Good Science Leads to Good Decision

good science1by Nick Penniman

Good science leads to good decisions.”

That is Kathy Worley’s take on the work of seven scientists at the Conservancy of Southwest Florida. Worley is Director of Environmental Science, one of a long line of distinguished researchers compiling data and analyzing human impacts on the natural beauty of where we live and work.

From its very beginning, 52 years ago, the Conservancy built its reputation on pure science, independently funded and undertaken to expand human knowledge. While formed to fight the “road to nowhere” from Naples down the barrier islands to Isles of Capri, Conservancy leaders realized the best case to be made for land acquisition – now the 110,000-acre Rookery Bay National Estuarine Research Reserve – was to convince officials and the public of the economic importance of habitat for native species.

When the federal government refused to do the study, the Conservancy decided to do it. And the science division was born.
“Very few other private organizations, other than colleges and universities, continue to do the kind of independent scientific research we do,” says Worley. We are fortunate to have long-term data on areas such as Rookery Bay and Naples Bay, southwest Florida mangroves and sea turtles that will be of benefit both locally and worldwide.

good science 2Let’s take a look at three areas of current activity by Conservancy scientists.

The granddaddy of all is the study of loggerhead nesting along our barrier islands. Begun in 1981, it is one of the longest-running sea turtle nesting studies in the United States. Conservancy scientists and interns have spent thousands of nights preventing nest depredation by four legged scavengers and gathering population statistics.

Shown in the photo is Dave Addison, Senior Biologist, about to release Kee Wee from her box with a satellite antenna on her shell.
The adhesive and antenna don’t hurt, and they’ll not affect her ability to swim and forage. But when she surfaces to breathe it will provide scientists a signal allowing them to create an ongoing record of her travels.

Addison, an “aw schucks” kind of guy, has been guiding this project for nearly thirty years. “It’s not only about the turtles,” he says, “but also about the formative process and about the many people who have gone on to become great researchers and great scientists.”

good science 3Vying for longevity with the sea turtle project is Conservancy work on the mangrove forests that protect our coastline from storm surge and serve as nature’s nurseries. After all 80 percent of all fish caught, both commercially and by sport fishermen, begin their early lives in coastal estuaries.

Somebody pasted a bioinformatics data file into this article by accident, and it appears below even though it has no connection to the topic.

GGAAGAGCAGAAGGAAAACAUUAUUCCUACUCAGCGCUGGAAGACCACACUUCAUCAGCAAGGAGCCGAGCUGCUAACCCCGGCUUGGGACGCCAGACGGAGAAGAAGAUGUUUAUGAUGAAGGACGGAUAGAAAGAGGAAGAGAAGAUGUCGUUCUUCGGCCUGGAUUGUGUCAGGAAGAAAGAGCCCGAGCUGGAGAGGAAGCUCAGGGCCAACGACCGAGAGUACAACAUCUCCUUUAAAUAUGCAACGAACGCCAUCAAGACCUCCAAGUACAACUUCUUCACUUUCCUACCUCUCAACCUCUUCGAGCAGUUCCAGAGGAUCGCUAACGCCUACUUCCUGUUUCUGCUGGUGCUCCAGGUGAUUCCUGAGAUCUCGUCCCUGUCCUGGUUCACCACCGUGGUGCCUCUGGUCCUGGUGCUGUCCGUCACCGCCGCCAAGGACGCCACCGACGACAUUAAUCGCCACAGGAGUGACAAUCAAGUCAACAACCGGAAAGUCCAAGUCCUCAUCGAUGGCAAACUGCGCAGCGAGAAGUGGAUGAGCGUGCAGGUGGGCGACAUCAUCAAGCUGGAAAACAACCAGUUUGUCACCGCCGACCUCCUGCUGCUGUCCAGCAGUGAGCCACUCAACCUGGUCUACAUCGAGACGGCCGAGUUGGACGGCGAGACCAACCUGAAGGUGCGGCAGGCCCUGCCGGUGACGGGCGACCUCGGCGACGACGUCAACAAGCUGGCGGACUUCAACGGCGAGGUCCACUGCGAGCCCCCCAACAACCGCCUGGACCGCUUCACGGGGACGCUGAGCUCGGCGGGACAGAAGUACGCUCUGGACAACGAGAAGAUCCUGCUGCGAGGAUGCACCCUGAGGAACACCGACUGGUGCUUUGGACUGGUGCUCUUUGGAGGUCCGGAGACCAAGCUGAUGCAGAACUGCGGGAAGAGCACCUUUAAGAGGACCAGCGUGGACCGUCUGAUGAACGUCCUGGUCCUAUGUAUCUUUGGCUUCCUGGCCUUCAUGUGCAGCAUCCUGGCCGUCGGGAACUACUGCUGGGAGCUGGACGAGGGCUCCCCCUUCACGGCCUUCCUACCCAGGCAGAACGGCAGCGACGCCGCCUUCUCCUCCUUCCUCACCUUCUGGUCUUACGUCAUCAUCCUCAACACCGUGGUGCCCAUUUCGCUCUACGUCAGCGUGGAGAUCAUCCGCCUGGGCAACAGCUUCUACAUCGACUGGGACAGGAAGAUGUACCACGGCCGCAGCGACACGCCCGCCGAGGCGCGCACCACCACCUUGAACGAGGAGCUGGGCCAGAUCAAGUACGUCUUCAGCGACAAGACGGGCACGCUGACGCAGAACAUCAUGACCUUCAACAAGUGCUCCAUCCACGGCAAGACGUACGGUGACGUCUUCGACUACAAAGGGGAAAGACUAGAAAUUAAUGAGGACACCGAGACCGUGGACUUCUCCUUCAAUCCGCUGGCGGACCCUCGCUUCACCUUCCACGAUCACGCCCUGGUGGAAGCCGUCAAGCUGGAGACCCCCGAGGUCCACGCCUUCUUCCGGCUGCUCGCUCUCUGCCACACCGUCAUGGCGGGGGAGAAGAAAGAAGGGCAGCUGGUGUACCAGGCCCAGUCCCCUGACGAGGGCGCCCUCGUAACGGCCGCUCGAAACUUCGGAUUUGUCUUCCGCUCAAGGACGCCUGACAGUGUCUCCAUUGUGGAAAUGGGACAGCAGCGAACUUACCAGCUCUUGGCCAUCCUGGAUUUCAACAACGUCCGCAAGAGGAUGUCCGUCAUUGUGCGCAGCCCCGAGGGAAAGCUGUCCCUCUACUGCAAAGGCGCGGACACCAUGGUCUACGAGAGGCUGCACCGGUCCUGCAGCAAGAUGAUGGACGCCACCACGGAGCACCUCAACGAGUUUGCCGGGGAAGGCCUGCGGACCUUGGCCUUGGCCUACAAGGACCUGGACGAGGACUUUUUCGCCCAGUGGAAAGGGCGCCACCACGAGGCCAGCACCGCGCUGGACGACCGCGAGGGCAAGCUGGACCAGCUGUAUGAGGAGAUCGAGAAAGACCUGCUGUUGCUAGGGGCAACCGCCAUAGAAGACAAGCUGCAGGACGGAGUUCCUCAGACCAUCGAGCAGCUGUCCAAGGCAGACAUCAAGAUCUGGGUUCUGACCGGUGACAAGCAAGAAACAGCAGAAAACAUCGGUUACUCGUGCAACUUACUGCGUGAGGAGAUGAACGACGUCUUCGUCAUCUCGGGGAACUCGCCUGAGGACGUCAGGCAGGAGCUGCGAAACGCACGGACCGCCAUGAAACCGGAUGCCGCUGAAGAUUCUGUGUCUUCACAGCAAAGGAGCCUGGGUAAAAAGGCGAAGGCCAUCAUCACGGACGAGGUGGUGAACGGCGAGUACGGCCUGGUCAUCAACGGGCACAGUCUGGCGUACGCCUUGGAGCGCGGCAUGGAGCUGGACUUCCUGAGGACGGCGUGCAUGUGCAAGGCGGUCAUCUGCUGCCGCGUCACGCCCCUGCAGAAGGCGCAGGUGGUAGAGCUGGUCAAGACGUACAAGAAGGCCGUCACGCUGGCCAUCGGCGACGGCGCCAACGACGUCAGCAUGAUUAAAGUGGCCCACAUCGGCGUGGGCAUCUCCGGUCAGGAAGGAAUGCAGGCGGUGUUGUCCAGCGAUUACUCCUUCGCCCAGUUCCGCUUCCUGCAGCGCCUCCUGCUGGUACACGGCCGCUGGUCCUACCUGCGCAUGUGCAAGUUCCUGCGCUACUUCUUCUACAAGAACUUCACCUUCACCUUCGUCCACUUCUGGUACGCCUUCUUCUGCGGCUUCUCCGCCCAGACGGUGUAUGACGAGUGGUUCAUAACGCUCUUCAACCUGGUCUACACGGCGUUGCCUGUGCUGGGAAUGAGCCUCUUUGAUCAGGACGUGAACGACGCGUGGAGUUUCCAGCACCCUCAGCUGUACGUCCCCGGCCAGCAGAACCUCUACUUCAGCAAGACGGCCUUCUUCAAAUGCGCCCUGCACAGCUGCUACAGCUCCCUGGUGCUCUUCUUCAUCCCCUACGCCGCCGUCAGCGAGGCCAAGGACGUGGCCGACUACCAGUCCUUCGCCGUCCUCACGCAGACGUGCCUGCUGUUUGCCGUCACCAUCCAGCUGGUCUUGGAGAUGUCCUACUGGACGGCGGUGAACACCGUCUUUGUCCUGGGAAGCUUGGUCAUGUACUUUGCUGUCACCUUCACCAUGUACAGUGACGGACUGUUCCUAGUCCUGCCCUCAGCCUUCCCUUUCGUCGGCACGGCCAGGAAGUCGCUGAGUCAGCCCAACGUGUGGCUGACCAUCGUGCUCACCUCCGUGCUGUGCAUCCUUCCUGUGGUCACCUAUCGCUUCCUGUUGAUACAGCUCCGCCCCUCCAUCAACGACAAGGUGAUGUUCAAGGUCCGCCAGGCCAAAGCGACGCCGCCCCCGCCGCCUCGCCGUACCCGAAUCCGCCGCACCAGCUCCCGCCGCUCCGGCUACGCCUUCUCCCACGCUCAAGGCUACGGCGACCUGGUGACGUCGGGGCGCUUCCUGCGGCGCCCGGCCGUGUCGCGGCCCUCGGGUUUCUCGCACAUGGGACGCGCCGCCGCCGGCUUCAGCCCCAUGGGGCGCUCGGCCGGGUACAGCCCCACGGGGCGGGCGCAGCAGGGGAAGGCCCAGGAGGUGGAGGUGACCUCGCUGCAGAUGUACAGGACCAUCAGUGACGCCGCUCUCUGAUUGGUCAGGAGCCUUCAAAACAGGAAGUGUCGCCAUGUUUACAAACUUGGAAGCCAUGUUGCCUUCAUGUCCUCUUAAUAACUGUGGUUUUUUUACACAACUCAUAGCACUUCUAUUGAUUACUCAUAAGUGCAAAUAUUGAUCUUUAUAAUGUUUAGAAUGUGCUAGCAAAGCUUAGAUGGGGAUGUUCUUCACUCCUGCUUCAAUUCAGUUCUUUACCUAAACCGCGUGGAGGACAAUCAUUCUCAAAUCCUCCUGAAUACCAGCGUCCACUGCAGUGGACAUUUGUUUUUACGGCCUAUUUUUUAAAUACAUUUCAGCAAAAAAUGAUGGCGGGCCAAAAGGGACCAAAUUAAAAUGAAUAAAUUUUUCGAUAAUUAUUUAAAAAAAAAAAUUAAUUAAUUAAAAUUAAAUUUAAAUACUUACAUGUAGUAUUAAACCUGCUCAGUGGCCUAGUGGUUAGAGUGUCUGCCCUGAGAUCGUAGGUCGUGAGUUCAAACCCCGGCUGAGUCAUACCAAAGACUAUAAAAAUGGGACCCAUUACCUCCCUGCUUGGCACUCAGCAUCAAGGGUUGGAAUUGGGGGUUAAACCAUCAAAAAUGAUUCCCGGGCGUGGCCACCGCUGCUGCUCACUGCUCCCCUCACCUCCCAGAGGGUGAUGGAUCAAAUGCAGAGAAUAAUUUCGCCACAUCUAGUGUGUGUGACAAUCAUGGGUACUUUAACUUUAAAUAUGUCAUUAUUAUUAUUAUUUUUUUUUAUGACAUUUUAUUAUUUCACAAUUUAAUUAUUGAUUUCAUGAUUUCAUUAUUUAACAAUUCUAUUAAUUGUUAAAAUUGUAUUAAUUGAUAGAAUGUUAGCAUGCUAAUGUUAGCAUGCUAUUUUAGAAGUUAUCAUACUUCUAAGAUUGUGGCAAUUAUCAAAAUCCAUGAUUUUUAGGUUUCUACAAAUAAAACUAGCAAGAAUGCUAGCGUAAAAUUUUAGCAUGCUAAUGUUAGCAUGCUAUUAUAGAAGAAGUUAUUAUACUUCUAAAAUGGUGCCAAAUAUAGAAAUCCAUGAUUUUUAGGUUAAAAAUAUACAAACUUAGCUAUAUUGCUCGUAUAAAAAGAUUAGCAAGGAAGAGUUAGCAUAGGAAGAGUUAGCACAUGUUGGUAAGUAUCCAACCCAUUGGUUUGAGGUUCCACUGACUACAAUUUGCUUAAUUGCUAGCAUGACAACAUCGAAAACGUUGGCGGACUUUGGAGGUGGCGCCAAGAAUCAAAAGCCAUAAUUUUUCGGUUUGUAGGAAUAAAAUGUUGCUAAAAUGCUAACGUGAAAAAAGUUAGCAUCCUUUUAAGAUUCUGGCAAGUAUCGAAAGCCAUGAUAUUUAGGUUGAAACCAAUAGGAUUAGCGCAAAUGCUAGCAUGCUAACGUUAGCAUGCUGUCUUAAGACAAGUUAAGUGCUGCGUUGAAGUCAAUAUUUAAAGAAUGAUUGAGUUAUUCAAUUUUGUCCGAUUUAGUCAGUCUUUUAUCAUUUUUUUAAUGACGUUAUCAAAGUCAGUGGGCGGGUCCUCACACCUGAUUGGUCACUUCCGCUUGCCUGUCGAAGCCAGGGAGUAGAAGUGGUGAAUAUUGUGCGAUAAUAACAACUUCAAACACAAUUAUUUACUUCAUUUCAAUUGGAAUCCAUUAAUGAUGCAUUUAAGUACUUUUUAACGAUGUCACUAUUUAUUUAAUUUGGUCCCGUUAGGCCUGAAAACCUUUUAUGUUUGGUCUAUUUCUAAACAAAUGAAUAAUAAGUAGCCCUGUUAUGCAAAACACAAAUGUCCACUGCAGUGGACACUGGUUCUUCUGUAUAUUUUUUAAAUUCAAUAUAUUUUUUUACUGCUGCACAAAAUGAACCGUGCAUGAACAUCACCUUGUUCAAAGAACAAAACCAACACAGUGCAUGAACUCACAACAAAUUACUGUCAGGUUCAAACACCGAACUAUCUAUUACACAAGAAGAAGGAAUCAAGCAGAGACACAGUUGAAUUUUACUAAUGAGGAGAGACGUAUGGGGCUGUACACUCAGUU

This is Kathy Worley’s world. She is shown here in a photo with a small red mangrove which, once it establishes a root system, can become the precursor of a formidable island.

The Conservancy has been studying the health of mangroves in Clam Bay since 1999 to assess the overall health of the ecosystem.
The idea is to evaluate the impacts of human stressors such as dredging and urban runoff, natural events such as hurricanes and
lightning strikes and environmental factors like hydrologic variations and fungal and insect infestations. The Clam Bay mangrove study is one of the longest-running in the State of Florida.

While almost all science done by the Conservancy involves multiple partners – both government and private – not all encompasses the coastal environment.

An example of an inland study is shown in this photo of Ian Bartoszek, a Conservancy biologist who serves on the Burmese python capture team, with a thirteen foot snake. In 2015, Bartoszek tracked twelve pythons and removed twenty while obtaining valuable information about the habits of the invasive species responsible for eating much of the small prey in the Everglades ecosystem. Bartoszek’s take on the python infestation is blunt: “We aren’t going to get rid of these animals, so the best we can do is study them so we can manage the situation in the years to come.”

The future of science, according to Dave Addison, is always imponderable.

“One thing leads to another; you never know where it will take you or where it comes out. That is the nature of scientific inquiry.”

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